Signs of fear creep back on Wall Street


How much damage can North Korea’s weapons do?

The doom-and-gloom crowd on Wall Street is making a comeback.

After months of relentless rallies, the U.S. stock market is finally showing some cracks. The S&P 500 is on track for its worst week in nearly five months, and Wall Street’s fear gauge has spiked by the most in almost three years.

The big winners? Gold, ultra-safe government bonds and defense contractors. That's never a reassuring sign for market bulls.

Investors have been focusing on red-hot corporate profits, but talk of "fire and fury" turned attention to the risk of a nuclear conflict with North Korea. Others worried about lofty market valuations and pockets of weakness like the mounting red ink at JCPenney (JCP) and Snap (SNAP), both of which crashed to record lows on Friday.

And several high-profile investors like Ray Dalio and Jeff Gundlach offered buzzkills by suggesting that the second-longest bull market in history at least needs to take a breather.

"This selloff could be more than just a North Korea induced blip on the screen," Peter Boockvar, chief market analyst at The Lindsey Group, wrote in a report on Friday.

Related: Is the bull run? Stocks get shellacked

The bears aren't exactly back in control. The Dow rose slightly on Friday after shedding 205 points the day before, its worst slide in nearly three months. The Nasdaq climbed about 0.5%, bouncing back from a drop of 2%.

That means at least some investors are betting this market retreat will prove fleeting, just as countless others have. The economy looks healthy. So do the bottom lines of many major companies. Most Americans are hoping the tough talk from President Trump and North Korean leader Kim Jong Un is just that.

"North Korea will blow over and given the sentiment, we could see a rally back to new highs" by the end of next week, Michael Block, chief market strategist at Rhino Trading Partners, wrote in a report on Friday.

Still, the past few days of turbulence mark a significant shift after an unusually long period of quiet on Wall Street.

Yes, the VIX (VIX) volatility index remains historically low at just 15.4. But it has skyrocketed more than 50% since an all-time low on July 26. It's on track for its biggest weekly rise since December 2015.

CNNMoney's Fear & Greed Index has also flipped back into "fear" territory after sitting solidly in "greed" just last week.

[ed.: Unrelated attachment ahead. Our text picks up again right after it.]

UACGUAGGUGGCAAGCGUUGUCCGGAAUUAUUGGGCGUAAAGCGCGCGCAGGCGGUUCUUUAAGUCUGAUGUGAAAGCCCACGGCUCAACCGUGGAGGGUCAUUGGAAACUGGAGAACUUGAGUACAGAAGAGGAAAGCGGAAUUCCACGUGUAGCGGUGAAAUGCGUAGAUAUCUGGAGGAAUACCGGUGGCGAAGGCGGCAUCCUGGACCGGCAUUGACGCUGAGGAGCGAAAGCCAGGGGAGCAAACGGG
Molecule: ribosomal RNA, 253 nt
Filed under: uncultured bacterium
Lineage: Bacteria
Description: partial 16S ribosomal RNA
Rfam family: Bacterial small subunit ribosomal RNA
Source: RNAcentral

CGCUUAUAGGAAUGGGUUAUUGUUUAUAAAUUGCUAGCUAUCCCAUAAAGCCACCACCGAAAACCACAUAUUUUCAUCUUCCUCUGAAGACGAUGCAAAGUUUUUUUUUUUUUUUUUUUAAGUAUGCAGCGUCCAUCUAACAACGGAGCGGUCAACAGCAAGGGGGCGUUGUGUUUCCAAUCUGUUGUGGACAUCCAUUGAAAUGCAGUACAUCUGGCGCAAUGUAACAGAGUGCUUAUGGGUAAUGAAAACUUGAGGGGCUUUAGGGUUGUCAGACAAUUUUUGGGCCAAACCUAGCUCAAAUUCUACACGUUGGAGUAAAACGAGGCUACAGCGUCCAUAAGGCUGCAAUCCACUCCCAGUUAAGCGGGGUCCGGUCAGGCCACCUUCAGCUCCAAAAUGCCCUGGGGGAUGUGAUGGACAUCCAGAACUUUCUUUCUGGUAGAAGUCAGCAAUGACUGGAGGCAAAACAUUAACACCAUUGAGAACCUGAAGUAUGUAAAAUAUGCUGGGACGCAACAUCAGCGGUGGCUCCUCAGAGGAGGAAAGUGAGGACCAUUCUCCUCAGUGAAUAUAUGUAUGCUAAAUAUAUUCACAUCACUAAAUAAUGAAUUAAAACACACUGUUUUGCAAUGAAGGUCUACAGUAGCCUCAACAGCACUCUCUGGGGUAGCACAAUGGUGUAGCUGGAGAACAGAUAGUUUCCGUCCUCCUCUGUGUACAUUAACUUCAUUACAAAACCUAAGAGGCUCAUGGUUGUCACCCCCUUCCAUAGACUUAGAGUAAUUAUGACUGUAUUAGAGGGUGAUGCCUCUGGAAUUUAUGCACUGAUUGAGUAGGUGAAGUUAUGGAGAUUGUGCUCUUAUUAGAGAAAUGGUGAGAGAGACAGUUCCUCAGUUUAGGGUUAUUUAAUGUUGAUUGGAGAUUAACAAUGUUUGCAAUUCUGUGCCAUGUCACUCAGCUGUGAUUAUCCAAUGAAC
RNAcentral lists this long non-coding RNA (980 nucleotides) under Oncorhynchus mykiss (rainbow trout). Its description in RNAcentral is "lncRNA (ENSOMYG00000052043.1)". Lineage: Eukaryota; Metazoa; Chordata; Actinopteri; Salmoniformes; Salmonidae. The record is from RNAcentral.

wall street fear gauge

Cracks in the stock market rally led some investors to put their cash in havens like precious metals and ultra-safe government bonds. Gold has rallied 2% this week, while the 10-year Treasury yield touched a six-week low of 2.1%.

Gold got a boost from Dalio, the mercurial founder of the world's biggest hedge fund, Bridgewater Associates. The billionaire warned on LinkedIn that investors should have 5% to 10% of their assets in gold because "risks are rising."

Related: Millions of Americans can't feel record stock prices

North Korea just be an excuse for people to cash in winning stocks, especially tech companies like Apple (AAPL, Tech30) and Facebook (FB, Tech30). But investors are paying close attention to Trump's North Korea warnings, including his tweet on Friday that "military solutions" are "locked and loaded."

"The prospect of war still remains remote in our view, but at what point do both sides heat up the rhetoric so much that they can't turn back?" Bespoke Investment Group asked in a report on Friday.

So is this week's market turbulence just a blip or the start of the first downturn in a very long time? The S&P 500 hasn't pulled back by 5% or more since June 2016. That's the longest streak since 1996.

If tensions with North Korea de-escalate and the U.S. economy remains on track, it's easy to see how stocks could quickly climb to new heights.

One potential obstacle is the world's central banks, which are providing less support for markets these days. The Federal Reserve could soon begin to shrink its balance sheet, and the European Central Bank could taper its bond purchases.

Central banks are "not your BFF anymore," and "market valuations are very high," Boockvar wrote. This leaves "no room for error."


Source link


Leave a Reply

Your email address will not be published.